Showing posts with label cantaloupe. Show all posts
Showing posts with label cantaloupe. Show all posts

Sunday, April 1, 2012

Cantaloupe with Salami and Feta

Have you ever seen a cantaloupe the size of an apple?  Neither had I until just a week or two ago.  They are in season here in Egypt, or at least, I assume they are in season because, suddenly, they are everywhere and cheap.  I pick them up in the stores and surreptitiously give their stem ends a sniff, because ripe cantaloupes smell of cantaloupe.  Unripe ones smell of nothing.  I finally found a good one and brought it home.  Much to my surprise, it was green inside.  But the flavor, like the smell, is unmistakably cantaloupe, just like the sign said.

The plan:  An appetizer for our anniversary meal because the tiny cantaloupe is perfect for two people.

1 small cantaloupe or 1/4 of a regular one - any color works!
1/4 small purple onion
6 slices Italian salami
3 oz or 85g Feta cheese
1-1 1/2 tablespoons white balsamic vinegar
2-3 tablespoons olive oil
Sea salt
Black pepper

Slice your onion very thinly and cover with the vinegar.  This takes the sharpness out of the onion, still leaving the lovely oniony flavor.

Cut your cantaloupe in half and then into wedges.  Scoop out the seeds and discard.  Using a sharp knife, cut the melon from the peel.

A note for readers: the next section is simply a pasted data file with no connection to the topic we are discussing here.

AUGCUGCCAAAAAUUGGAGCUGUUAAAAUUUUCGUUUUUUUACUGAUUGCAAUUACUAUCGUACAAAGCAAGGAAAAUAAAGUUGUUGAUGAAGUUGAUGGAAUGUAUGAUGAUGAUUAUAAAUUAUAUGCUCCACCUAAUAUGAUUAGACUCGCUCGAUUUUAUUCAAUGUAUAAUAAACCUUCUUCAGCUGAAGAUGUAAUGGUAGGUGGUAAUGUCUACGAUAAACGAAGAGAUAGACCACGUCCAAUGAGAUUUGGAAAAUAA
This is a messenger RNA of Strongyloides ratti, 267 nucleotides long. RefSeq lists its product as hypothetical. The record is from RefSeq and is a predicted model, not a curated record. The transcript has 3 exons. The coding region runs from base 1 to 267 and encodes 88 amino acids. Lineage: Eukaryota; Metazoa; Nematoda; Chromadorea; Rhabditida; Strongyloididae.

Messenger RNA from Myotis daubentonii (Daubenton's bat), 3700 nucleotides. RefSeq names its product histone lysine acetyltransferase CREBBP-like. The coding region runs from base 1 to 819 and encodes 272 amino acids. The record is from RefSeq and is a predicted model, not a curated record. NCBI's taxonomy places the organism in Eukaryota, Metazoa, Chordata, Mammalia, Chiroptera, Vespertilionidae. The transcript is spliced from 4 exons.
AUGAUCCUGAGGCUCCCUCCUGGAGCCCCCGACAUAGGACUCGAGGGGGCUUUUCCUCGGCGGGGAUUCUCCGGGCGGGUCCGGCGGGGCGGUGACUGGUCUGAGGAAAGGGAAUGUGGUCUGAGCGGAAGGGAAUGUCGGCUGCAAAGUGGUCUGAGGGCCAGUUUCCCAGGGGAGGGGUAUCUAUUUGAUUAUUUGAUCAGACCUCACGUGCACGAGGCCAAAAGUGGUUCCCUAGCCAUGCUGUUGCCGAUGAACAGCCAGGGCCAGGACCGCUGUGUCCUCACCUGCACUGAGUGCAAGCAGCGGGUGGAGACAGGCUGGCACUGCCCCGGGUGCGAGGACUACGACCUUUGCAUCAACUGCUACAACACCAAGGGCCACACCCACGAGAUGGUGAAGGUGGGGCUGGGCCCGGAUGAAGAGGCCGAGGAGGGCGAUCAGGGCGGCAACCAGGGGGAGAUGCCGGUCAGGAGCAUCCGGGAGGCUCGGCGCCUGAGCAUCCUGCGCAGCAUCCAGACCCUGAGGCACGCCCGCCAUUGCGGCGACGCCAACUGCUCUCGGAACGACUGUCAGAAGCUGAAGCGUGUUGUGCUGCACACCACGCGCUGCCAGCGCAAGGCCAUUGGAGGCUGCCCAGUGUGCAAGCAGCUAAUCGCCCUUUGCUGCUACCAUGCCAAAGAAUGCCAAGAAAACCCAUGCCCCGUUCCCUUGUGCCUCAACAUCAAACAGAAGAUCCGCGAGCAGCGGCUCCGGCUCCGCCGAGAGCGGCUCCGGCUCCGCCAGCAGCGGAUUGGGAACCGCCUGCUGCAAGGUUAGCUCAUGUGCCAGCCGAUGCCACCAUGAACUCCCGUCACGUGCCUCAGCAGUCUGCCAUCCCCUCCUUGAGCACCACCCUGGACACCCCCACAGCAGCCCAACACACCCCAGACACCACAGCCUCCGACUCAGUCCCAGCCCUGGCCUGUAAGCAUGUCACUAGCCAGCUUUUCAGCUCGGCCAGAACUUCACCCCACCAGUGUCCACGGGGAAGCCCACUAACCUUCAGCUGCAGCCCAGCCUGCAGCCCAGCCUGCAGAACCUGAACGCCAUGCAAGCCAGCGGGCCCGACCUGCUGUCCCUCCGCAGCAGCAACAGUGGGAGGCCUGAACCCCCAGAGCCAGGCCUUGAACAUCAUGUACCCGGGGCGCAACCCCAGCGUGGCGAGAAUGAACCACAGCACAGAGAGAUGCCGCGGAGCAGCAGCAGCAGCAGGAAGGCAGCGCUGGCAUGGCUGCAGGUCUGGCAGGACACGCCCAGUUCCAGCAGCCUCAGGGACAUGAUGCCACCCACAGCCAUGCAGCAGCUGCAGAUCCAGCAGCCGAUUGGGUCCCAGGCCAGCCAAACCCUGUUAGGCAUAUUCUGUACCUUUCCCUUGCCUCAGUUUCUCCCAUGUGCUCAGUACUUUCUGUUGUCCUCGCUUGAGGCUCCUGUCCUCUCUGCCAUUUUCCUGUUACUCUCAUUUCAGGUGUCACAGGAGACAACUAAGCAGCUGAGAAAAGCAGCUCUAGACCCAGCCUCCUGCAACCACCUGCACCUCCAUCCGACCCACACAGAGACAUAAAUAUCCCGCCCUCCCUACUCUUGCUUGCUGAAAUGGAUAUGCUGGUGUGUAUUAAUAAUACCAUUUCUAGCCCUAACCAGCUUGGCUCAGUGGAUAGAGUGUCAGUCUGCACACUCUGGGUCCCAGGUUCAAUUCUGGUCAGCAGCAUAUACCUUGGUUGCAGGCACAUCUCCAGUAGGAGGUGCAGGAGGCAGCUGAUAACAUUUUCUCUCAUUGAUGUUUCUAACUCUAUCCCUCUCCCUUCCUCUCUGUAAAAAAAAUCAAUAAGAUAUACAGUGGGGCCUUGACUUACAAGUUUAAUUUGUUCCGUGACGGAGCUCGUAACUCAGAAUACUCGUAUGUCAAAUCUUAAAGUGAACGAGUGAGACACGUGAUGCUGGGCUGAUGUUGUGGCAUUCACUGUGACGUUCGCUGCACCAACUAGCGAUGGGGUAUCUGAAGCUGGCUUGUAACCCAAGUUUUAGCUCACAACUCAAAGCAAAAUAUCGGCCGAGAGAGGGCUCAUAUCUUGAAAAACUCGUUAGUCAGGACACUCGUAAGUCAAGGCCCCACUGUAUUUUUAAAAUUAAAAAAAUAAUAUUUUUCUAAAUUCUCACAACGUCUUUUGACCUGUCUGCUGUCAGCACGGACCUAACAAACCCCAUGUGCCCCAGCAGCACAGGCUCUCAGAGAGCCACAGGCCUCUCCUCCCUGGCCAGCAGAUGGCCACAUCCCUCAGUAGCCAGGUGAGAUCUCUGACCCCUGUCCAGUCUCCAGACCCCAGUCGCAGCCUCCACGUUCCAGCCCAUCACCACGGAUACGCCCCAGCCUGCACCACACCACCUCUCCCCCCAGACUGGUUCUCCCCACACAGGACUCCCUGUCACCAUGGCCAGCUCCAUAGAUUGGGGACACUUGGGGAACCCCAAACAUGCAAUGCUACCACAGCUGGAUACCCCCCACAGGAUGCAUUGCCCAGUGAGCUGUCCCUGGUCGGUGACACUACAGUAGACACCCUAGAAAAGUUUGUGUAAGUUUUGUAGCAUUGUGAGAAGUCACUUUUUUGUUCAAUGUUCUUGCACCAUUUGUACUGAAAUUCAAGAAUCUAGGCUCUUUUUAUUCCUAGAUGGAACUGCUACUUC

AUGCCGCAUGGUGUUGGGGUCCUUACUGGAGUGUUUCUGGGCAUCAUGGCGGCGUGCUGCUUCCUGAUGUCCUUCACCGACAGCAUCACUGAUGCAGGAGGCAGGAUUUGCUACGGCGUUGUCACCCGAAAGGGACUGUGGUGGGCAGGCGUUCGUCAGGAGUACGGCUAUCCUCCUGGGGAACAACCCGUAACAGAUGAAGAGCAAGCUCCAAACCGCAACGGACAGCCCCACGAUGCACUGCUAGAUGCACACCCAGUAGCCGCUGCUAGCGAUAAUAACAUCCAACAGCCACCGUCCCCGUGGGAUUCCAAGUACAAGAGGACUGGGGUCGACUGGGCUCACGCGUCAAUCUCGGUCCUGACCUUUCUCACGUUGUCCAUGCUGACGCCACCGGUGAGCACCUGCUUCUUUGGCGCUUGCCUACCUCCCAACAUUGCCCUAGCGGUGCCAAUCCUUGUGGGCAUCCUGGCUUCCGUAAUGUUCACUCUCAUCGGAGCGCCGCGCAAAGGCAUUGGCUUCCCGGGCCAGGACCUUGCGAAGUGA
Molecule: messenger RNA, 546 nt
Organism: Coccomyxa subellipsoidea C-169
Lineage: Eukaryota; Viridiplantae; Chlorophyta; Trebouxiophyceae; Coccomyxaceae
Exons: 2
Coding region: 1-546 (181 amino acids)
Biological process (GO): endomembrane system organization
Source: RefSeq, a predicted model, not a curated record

Slice your salami diagonally and arrange about the salad plate. 

Cut your feta into small squares or crumble with a fork.   

Put the cantaloupe on the plates with the salami and scatter the feta over the salami and cantaloupe.

Add the olive oil and sprinkle of sea salt a couple of good grinds of fresh black pepper to the onion and mix well.   Drizzle this all over the cantaloupe, salami and cheese. 

Make sure you get a bit of everything in each bite you take: salami, cantaloupe, feta and onion.   The sweet melon is divinely offset by the rich salami and salty feta with the balsamic onion dressing.


Update:  Maybe the season is short, because the pile in Carrefour today was much diminished.  They are still 5.95 Egyptian pounds per kilo (about US$1, so less than 50 cents a pound.)

What's left, nestled amongst the coconuts.